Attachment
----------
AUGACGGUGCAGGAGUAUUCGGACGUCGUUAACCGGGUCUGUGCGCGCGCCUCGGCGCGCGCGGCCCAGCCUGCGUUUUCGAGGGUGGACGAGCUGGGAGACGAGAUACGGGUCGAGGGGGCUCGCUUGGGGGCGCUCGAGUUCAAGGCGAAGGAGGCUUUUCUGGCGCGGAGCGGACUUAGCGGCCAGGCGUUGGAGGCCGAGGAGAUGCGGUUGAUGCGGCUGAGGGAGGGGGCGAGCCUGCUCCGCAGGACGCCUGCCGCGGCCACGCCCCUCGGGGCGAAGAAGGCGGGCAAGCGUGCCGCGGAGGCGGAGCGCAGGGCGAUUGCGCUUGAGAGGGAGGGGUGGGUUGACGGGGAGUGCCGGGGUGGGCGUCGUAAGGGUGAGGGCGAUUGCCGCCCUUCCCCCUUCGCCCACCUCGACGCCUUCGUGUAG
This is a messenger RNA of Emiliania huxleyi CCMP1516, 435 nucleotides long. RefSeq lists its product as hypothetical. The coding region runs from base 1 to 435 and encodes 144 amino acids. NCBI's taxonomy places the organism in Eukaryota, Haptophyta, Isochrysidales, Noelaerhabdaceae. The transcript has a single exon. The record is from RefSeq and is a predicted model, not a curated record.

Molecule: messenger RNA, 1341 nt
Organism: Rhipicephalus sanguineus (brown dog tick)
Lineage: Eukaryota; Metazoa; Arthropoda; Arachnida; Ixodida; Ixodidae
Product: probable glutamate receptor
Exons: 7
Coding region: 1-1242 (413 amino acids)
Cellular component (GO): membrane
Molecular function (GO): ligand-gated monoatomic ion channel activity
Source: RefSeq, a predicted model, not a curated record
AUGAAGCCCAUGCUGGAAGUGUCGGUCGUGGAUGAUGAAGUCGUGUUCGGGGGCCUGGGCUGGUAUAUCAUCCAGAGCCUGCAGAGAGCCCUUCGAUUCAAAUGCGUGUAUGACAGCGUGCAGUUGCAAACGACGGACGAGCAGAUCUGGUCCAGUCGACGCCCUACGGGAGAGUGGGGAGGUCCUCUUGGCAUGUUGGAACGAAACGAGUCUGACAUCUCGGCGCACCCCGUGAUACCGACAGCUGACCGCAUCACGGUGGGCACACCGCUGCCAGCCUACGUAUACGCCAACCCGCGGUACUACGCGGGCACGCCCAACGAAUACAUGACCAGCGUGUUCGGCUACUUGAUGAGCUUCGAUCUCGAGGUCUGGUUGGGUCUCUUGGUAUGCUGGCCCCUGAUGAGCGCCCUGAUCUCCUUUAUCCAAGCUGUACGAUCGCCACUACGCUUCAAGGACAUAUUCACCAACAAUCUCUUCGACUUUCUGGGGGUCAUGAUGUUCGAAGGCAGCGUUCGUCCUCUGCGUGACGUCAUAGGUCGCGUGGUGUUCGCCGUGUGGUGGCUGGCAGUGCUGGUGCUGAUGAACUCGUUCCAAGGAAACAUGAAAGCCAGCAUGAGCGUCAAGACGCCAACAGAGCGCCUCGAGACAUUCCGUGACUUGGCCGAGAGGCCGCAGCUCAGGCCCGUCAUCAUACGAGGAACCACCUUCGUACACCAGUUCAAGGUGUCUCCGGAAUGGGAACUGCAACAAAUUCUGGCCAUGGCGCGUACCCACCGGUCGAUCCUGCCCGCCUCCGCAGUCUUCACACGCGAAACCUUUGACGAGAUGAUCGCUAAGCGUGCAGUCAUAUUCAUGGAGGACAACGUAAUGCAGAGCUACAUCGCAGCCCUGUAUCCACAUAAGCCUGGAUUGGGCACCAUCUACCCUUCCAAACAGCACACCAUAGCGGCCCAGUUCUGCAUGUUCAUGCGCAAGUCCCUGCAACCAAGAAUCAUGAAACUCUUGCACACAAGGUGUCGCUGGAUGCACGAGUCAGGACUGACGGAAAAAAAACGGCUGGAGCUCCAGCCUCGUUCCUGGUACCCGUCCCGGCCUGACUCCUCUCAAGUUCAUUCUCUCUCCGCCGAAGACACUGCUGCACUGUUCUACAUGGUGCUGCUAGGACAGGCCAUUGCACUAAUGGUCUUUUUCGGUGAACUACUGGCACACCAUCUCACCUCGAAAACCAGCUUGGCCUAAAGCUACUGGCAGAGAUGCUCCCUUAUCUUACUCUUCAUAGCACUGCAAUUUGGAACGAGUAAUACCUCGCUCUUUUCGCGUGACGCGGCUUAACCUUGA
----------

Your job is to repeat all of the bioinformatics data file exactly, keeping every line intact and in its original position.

AUGACGGUGCAGGAGUAUUCGGACGUCGUUAACCGGGUCUGUGCGCGCGCCUCGGCGCGCGCGGCCCAGCCUGCGUUUUCGAGGGUGGACGAGCUGGGAGACGAGAUACGGGUCGAGGGGGCUCGCUUGGGGGCGCUCGAGUUCAAGGCGAAGGAGGCUUUUCUGGCGCGGAGCGGACUUAGCGGCCAGGCGUUGGAGGCCGAGGAGAUGCGGUUGAUGCGGCUGAGGGAGGGGGCGAGCCUGCUCCGCAGGACGCCUGCCGCGGCCACGCCCCUCGGGGCGAAGAAGGCGGGCAAGCGUGCCGCGGAGGCGGAGCGCAGGGCGAUUGCGCUUGAGAGGGAGGGGUGGGUUGACGGGGAGUGCCGGGGUGGGCGUCGUAAGGGUGAGGGCGAUUGCCGCCCUUCCCCCUUCGCCCACCUCGACGCCUUCGUGUAG
This is a messenger RNA of Emiliania huxleyi CCMP1516, 435 nucleotides long. RefSeq lists its product as hypothetical. The coding region runs from base 1 to 435 and encodes 144 amino acids. NCBI's taxonomy places the organism in Eukaryota, Haptophyta, Isochrysidales, Noelaerhabdaceae. The transcript has a single exon. The record is from RefSeq and is a predicted model, not a curated record.

Molecule: messenger RNA, 1341 nt
Organism: Rhipicephalus sanguineus (brown dog tick)
Lineage: Eukaryota; Metazoa; Arthropoda; Arachnida; Ixodida; Ixodidae
Product: probable glutamate receptor
Exons: 7
Coding region: 1-1242 (413 amino acids)
Cellular component (GO): membrane
Molecular function (GO): ligand-gated monoatomic ion channel activity
Source: RefSeq, a predicted model, not a curated record
AUGAAGCCCAUGCUGGAAGUGUCGGUCGUGGAUGAUGAAGUCGUGUUCGGGGGCCUGGGCUGGUAUAUCAUCCAGAGCCUGCAGAGAGCCCUUCGAUUCAAAUGCGUGUAUGACAGCGUGCAGUUGCAAACGACGGACGAGCAGAUCUGGUCCAGUCGACGCCCUACGGGAGAGUGGGGAGGUCCUCUUGGCAUGUUGGAACGAAACGAGUCUGACAUCUCGGCGCACCCCGUGAUACCGACAGCUGACCGCAUCACGGUGGGCACACCGCUGCCAGCCUACGUAUACGCCAACCCGCGGUACUACGCGGGCACGCCCAACGAAUACAUGACCAGCGUGUUCGGCUACUUGAUGAGCUUCGAUCUCGAGGUCUGGUUGGGUCUCUUGGUAUGCUGGCCCCUGAUGAGCGCCCUGAUCUCCUUUAUCCAAGCUGUACGAUCGCCACUACGCUUCAAGGACAUAUUCACCAACAAUCUCUUCGACUUUCUGGGGGUCAUGAUGUUCGAAGGCAGCGUUCGUCCUCUGCGUGACGUCAUAGGUCGCGUGGUGUUCGCCGUGUGGUGGCUGGCAGUGCUGGUGCUGAUGAACUCGUUCCAAGGAAACAUGAAAGCCAGCAUGAGCGUCAAGACGCCAACAGAGCGCCUCGAGACAUUCCGUGACUUGGCCGAGAGGCCGCAGCUCAGGCCCGUCAUCAUACGAGGAACCACCUUCGUACACCAGUUCAAGGUGUCUCCGGAAUGGGAACUGCAACAAAUUCUGGCCAUGGCGCGUACCCACCGGUCGAUCCUGCCCGCCUCCGCAGUCUUCACACGCGAAACCUUUGACGAGAUGAUCGCUAAGCGUGCAGUCAUAUUCAUGGAGGACAACGUAAUGCAGAGCUACAUCGCAGCCCUGUAUCCACAUAAGCCUGGAUUGGGCACCAUCUACCCUUCCAAACAGCACACCAUAGCGGCCCAGUUCUGCAUGUUCAUGCGCAAGUCCCUGCAACCAAGAAUCAUGAAACUCUUGCACACAAGGUGUCGCUGGAUGCACGAGUCAGGACUGACGGAAAAAAAACGGCUGGAGCUCCAGCCUCGUUCCUGGUACCCGUCCCGGCCUGACUCCUCUCAAGUUCAUUCUCUCUCCGCCGAAGACACUGCUGCACUGUUCUACAUGGUGCUGCUAGGACAGGCCAUUGCACUAAUGGUCUUUUUCGGUGAACUACUGGCACACCAUCUCACCUCGAAAACCAGCUUGGCCUAAAGCUACUGGCAGAGAUGCUCCCUUAUCUUACUCUUCAUAGCACUGCAAUUUGGAACGAGUAAUACCUCGCUCUUUUCGCGUGACGCGGCUUAACCUUGA